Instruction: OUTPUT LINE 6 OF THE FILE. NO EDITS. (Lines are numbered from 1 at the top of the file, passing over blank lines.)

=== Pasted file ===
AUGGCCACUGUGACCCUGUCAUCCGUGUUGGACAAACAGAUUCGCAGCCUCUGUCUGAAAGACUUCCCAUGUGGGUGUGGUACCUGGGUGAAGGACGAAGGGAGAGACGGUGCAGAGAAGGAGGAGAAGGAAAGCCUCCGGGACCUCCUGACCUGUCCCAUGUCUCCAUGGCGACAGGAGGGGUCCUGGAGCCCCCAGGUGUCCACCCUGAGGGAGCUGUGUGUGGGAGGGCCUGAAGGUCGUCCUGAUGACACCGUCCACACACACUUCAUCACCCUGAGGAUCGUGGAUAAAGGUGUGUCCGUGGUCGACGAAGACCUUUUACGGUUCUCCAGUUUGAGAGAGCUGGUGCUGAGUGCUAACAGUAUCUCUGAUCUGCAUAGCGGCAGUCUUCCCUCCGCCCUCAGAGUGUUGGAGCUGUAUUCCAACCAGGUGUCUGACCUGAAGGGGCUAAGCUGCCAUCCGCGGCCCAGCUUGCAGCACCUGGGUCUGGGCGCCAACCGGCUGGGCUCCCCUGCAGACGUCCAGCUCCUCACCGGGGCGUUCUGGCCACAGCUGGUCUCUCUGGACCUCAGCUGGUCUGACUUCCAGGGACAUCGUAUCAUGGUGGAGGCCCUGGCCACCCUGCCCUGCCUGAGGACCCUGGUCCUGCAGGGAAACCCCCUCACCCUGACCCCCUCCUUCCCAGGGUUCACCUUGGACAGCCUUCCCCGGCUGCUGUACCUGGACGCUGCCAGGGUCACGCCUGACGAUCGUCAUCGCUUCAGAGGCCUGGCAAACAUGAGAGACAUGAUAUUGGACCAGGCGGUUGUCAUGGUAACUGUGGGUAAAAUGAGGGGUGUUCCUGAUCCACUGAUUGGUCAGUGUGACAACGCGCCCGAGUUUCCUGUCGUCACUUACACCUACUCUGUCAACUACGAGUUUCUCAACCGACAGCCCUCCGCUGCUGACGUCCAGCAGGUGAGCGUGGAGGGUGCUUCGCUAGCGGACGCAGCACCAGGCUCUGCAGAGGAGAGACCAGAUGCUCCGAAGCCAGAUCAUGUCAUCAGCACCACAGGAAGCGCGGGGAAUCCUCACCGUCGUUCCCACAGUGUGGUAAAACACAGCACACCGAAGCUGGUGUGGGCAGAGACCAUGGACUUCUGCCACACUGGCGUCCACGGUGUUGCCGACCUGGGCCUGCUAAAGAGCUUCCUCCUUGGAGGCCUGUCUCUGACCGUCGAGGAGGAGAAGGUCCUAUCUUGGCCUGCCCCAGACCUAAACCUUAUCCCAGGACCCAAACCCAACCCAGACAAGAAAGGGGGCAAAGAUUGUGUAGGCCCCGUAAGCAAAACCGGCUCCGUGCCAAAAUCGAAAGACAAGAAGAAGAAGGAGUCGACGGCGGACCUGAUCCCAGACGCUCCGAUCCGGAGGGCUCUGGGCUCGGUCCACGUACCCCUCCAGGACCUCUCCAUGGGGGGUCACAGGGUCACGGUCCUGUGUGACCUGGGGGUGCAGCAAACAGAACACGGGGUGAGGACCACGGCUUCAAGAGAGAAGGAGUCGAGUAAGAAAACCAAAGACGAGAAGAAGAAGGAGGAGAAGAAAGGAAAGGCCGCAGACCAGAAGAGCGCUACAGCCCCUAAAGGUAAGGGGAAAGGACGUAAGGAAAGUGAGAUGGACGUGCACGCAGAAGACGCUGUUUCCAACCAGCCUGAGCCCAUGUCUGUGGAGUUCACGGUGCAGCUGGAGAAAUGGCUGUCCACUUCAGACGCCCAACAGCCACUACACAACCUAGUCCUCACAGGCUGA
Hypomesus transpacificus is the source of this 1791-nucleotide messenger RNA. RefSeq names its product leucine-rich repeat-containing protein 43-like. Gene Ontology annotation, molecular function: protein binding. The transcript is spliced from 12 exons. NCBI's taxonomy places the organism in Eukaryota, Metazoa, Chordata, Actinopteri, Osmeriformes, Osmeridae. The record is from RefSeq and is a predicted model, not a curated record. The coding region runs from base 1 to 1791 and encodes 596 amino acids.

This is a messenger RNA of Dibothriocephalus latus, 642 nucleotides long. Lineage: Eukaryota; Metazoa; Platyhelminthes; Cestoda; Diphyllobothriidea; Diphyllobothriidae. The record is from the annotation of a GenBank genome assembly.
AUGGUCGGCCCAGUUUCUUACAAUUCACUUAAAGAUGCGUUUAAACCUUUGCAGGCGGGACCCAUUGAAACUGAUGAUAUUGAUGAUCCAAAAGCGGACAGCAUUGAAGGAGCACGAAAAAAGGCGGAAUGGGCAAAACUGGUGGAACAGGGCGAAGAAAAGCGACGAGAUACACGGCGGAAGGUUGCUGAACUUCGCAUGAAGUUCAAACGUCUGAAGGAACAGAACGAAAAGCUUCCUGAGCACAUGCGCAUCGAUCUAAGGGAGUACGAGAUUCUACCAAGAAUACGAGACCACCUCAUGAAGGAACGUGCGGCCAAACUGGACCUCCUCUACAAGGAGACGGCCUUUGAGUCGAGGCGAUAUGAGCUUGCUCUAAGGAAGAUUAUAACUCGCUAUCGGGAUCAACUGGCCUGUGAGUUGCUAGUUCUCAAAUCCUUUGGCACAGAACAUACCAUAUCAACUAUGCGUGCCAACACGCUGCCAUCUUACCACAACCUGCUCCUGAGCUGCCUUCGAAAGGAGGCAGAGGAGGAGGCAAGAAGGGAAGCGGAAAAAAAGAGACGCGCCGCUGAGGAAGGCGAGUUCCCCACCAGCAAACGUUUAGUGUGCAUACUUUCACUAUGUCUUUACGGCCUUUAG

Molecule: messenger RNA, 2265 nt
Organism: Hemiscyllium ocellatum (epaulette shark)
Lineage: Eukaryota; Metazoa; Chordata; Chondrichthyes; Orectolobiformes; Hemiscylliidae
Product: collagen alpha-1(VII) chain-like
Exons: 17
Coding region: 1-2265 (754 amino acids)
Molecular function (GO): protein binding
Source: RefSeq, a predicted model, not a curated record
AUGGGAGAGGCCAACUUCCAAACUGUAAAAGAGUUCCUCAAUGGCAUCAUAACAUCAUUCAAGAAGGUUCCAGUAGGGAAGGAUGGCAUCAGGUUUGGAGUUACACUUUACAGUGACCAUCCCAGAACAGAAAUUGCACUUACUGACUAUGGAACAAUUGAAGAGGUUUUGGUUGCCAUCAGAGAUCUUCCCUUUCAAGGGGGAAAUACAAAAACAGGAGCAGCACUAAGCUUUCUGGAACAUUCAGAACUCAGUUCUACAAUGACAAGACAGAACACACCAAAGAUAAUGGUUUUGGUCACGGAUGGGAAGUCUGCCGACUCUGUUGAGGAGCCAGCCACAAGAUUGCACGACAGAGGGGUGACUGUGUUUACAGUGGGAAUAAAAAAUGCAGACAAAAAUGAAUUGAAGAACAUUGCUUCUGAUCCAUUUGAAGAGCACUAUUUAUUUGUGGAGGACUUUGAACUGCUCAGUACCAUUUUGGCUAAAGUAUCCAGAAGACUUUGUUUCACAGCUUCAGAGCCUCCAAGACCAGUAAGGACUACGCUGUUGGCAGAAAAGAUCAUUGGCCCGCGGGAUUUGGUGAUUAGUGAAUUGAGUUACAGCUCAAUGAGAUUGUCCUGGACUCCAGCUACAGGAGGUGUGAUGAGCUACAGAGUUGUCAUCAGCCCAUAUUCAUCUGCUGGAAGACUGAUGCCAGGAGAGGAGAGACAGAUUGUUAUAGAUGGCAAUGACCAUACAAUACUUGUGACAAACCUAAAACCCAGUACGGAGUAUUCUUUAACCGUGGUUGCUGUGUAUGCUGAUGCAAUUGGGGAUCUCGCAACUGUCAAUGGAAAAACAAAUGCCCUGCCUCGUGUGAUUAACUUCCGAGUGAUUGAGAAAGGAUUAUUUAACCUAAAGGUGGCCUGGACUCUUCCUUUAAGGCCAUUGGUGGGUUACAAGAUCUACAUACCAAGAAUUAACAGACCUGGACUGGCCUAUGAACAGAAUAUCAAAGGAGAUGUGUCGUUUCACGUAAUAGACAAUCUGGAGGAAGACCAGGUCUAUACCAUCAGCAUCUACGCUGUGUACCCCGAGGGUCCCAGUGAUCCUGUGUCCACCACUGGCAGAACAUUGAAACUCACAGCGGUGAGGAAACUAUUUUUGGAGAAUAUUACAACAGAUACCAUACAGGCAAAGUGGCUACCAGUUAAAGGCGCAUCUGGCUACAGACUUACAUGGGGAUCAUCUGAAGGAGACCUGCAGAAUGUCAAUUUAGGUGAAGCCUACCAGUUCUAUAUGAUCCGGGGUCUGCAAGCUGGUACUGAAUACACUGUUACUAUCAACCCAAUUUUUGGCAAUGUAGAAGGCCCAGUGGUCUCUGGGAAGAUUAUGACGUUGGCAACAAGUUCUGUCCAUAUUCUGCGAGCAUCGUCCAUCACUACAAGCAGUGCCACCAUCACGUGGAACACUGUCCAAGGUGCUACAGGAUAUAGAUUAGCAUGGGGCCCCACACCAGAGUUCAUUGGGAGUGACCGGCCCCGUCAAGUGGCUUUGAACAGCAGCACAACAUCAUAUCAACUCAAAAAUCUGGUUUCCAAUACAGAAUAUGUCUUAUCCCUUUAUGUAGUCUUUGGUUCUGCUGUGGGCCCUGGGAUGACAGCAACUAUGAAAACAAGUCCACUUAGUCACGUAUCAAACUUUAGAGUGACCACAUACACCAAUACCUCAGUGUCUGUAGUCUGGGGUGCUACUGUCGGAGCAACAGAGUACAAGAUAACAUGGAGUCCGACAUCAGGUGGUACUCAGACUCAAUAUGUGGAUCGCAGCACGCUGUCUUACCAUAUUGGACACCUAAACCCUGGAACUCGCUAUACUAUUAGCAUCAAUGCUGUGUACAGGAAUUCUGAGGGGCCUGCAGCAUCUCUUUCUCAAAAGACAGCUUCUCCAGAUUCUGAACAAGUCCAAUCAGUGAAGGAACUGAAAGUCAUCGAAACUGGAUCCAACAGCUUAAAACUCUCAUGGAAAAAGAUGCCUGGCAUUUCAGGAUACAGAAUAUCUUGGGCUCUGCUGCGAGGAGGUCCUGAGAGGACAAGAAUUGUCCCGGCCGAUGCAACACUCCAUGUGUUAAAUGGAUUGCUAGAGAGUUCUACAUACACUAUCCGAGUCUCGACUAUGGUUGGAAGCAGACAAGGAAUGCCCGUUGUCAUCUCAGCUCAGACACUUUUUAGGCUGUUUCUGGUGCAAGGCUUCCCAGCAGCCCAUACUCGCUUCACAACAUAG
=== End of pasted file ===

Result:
Organism: Hemiscyllium ocellatum (epaulette shark)